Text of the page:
My writing efforts were basically with Status Quo, but about 1996, I wrote this song, and I played it to a friend of mine, and I said; “I don’t know what to do with this, because I really like it, but it’s not suitable for Quo”, and he said; “Well why don’t you do an EP?” And he was the guy who produced it – he’s actually did a lot of production for Quo, Mike Paxman, and it just turned into an album. I used to play with a girl called Judie Tzuke, and whenever I had a bit off spare time, I just went over to her studio. I did all the templates for them and then we put the drums on, and that was that. But, I’m really thrilled with both of my albums, I have to say. There’s probably one song that I skip off both of the albums, so that can’t be bad – not that I ever play them!
‘Take ‘Em Down’ is being released as a single; it’s quite a hard hitting track.
I just think, in a way, it’s the times we live in. It’s the job of an artist to reflect life really, and I just watched the battle for a town called Kobane, and I just thought the Kurds were showing such incredible bravery. That’s why I wrote it. I actually wrote it walking along a beach on a really hot day in Sussex, and I came up with the line “take 'em down”, and it didn’t take long from there. If you’ve got something to write about, it’s not that difficult. I try to put myself in someone else’s shoes.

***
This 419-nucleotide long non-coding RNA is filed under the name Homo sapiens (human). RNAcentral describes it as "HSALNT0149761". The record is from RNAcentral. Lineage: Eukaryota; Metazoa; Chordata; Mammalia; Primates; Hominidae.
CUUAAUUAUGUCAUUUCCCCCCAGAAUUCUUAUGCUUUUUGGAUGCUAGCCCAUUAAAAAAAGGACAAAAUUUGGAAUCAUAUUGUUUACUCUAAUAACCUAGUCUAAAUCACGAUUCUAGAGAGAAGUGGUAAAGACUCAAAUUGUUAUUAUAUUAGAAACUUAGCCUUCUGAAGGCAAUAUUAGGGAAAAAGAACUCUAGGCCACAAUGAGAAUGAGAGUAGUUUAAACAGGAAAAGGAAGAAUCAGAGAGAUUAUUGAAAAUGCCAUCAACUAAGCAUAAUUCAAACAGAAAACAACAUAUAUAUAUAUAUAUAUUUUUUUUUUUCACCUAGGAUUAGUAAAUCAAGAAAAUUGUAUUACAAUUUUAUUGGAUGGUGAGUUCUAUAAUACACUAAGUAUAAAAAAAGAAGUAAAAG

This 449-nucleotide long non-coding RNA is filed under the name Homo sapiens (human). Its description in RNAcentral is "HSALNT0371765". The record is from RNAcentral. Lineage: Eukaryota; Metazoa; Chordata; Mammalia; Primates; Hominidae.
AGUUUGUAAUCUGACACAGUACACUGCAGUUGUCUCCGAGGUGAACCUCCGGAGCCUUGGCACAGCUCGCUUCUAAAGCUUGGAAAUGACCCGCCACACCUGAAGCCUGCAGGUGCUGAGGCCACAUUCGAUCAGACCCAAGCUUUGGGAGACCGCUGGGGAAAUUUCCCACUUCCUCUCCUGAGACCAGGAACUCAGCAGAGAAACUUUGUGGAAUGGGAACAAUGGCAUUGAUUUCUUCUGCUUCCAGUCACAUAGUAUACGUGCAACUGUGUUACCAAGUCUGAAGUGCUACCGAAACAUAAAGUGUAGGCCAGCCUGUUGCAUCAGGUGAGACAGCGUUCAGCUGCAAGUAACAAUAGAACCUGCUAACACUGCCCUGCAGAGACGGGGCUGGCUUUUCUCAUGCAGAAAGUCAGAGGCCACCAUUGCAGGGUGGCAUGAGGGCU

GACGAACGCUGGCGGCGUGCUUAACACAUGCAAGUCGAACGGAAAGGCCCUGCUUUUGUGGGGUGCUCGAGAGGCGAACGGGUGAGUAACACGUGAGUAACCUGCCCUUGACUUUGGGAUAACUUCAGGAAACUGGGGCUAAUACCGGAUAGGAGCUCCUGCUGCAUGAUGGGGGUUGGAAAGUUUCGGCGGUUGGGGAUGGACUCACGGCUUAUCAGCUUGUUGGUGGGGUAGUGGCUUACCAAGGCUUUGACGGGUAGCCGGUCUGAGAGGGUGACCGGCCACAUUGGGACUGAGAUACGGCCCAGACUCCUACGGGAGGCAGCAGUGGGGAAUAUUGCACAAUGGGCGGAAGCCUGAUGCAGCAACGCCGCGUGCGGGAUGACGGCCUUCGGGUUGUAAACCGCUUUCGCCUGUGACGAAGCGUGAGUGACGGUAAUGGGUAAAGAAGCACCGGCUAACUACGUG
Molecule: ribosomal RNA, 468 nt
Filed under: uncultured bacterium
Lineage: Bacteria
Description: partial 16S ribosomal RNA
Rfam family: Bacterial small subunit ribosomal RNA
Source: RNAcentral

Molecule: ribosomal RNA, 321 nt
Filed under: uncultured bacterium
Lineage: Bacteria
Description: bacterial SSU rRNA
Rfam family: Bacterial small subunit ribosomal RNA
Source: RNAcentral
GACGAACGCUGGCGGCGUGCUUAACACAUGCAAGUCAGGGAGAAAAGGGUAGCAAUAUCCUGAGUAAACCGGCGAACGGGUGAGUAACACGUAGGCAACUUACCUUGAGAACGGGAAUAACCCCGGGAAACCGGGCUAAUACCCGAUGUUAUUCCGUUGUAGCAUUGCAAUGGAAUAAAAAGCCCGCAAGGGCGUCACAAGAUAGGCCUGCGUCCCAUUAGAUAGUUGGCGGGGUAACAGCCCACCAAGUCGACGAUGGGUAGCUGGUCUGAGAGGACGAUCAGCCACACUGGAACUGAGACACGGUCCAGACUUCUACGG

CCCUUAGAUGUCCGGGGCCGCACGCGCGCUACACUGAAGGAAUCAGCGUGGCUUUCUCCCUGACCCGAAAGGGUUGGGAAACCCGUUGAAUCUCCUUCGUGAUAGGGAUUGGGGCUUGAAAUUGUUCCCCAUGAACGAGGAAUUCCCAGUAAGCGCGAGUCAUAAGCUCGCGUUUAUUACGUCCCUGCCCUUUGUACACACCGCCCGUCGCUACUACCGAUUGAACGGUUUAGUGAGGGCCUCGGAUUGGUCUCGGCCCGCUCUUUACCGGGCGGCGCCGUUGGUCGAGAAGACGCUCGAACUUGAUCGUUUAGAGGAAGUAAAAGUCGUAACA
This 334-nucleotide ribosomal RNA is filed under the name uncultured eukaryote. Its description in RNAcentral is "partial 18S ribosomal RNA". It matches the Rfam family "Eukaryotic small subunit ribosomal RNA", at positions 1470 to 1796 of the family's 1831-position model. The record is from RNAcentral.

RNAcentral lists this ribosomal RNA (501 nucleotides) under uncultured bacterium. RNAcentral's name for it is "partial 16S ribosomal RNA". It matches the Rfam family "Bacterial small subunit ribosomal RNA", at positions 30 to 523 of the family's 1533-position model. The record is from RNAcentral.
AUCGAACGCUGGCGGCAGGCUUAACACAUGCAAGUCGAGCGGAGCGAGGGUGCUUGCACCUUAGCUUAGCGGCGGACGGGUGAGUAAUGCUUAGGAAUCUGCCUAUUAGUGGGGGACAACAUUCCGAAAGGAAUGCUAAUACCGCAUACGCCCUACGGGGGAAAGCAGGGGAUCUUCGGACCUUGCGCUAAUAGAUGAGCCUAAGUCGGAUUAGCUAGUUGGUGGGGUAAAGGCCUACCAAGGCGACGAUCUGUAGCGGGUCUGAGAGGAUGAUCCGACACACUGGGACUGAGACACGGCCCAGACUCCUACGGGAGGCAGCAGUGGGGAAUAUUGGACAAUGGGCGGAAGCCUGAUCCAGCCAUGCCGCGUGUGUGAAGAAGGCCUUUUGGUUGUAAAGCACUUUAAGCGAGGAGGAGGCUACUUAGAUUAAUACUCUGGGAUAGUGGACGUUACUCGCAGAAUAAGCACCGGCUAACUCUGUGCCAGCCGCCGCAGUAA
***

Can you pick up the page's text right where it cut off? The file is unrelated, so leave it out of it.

It’s obviously important for you to do something different, and not replicate what you’re doing in Status Quo.
Yeah, I mean, I love being in Quo, I really do, but if you listen to the songs on my album – like ‘Take ‘Em Down’, you could hardly Imagine Quo doing that, really.
Last year it was thirty years since you joined Status Quo; did you ever imagine that it would last that long?
Well, I’ve always had an inbuilt belief in my own ability, so it was never an option for me that I wasn’t going to have a successful career playing in big bands. I never failed an audition. I met an old friend recently from one of my early bands, and he said; “We all thought if anyone was going to make it, it would be you. You were keener than any of us.” If I didn’t do that, I’m sure I would have been in prison a few times by now. I was quite a problem child; I had special schools and all that, but bizarrely, rock and roll, as such, has saved me, as opposed to being the ruining of me.
You were originally signed up to work on a Rick Parfitt solo album, but ended up joining Status Quo.